bud light

Bud Light is about to make a UK comeback. Sixteen years after it stopped production, the US’s biggest-selling beer brand will this week begin another British rollout into a drinks market much altered, amid concerns about health and obesity, and an explosion of craft and premium brews. So has Bud Light’s time finally come?

“We see a real opportunity to revive the beer category,” says Nick Robinson, marketing director at owner AB InBev. The company was simply Anheuser-Busch when it last tried out Bud Light on Brits in 1998. It fell flat, and production halted in December 2000, with the brewer admitting: “Consumer attitudes to lighter beers did not move as quickly as we anticipated.”

But the ‘light’ subcategory is much better established now, says Robinson, and the hope with the Bud Light revival is younger adults deserting the beer sector will be lured back by “a cool US brand they’ve seen on holiday or in films” - and one that last year generated about $2bn (£1.3bn) of value sales in its homeland.

Plus, Bud Light delivers against young drinkers’ “functional needs”, being lower in abv at 3.5% and containing just 27 calories per 100ml (or 119kcal per 440ml can).

Social responsibility

It also fits AB InBev’s commitment for 20% of its beer portfolio to be low-alcohol or alcohol-free by 2025. (For comparison, regular Budweiser is 4.8% abv and has about 36 calories per 100ml.) Full strength Bud is the fastest growing lager brand in UK supermarkets, up £34.6m [Nielsen 52 w/e 8 October 2016], and AB InBev hopes its popularity will create a halo effect for the Light variant - which will be the booze giant’s biggest launch for at least 10 years, according to Robinson.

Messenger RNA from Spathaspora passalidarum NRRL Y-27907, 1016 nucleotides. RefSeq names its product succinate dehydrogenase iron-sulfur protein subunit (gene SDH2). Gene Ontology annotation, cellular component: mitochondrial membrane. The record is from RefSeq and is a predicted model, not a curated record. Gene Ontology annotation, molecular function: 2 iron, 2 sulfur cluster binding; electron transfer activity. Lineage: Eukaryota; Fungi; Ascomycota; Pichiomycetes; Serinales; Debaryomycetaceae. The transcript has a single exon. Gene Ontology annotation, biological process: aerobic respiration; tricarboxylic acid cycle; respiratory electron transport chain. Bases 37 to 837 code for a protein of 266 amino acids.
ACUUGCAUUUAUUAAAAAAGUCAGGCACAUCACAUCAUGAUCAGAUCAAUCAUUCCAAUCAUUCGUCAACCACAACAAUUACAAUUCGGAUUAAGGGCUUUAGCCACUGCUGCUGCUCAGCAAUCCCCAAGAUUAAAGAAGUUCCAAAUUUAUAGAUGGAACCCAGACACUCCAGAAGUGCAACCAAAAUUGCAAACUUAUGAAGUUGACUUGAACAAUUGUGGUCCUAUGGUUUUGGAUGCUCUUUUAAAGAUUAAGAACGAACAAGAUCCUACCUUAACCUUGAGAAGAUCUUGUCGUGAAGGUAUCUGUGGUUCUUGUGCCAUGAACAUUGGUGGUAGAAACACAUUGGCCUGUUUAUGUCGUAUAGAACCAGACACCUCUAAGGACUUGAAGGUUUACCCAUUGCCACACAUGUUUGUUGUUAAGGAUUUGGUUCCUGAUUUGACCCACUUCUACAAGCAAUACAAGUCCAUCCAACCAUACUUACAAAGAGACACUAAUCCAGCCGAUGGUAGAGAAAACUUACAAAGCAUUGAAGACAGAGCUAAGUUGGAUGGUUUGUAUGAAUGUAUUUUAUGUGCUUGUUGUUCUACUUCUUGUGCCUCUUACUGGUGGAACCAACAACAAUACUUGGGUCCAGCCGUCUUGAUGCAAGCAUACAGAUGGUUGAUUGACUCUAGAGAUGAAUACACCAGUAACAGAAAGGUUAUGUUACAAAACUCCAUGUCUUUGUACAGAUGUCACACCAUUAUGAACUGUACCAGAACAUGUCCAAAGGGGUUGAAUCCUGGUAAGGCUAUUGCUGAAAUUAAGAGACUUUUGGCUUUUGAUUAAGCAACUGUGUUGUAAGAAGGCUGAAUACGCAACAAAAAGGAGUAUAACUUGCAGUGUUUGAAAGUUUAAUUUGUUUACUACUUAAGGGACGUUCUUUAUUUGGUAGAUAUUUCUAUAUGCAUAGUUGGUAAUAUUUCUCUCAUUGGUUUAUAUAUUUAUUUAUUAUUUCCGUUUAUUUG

Backed by a “very visible”, multimillion pound spend, a four-pack (rsp: £4.50) is set to land on shelf from this weekend and is a “strong brand to transfer to the UK”, he says.

It will find itself up against Coors Light, which is in big growth, having ramped up its value by 26.8% and volumes by 31.6% [Nielsen].

Robinson acknowledges the “good job” Molson Coors has done, but insists Bud Light’s dominance in the US, where sales are around double that of Coors Light, its closest rival, will stand the beer in good stead in the UK.

However, there has been historical confusion among British consumers over the meaning of ‘light’. Most people think it means low alcohol and expect a corresponding low price point, claims Tom Bell, co-owner of Skinny Brands, which recently launched the low-calorie Skinny Lager (27kcal per 100ml).

“The UK still doesn’t understand the concept of ‘light’,” he says. Indeed, Coors Light, while popular for its lower-than-average calories, has never been positioned as a low-cal option. Its name refers to its lighter taste.

Diet Bud?

“It might have been better to call it Diet Bud,” says Nigel McNally, head of Brookfield Drinks, the company behind the relaunched Kestrel lager. He believes drinkers concerned about calories will prefer to sup fewer cans of stronger beer rather than have a session on Bud Light - which will be made at AB InBev’s Magor and Samlesbury breweries.

If the beer still doesn’t resonate with Brits, it won’t be for want of good design. The royal blue can - very different from its late 1990s iteration - is an example of “modern craftsmanship”, according to Adam Ellis, creative director at The Cabinet agency. It “dials up the craft element while making sure the branding appears clean, simple and impactful” he says.

“As far as packaging can alone define the success of a brand, this relaunch should give the brand the best possible chance of success.”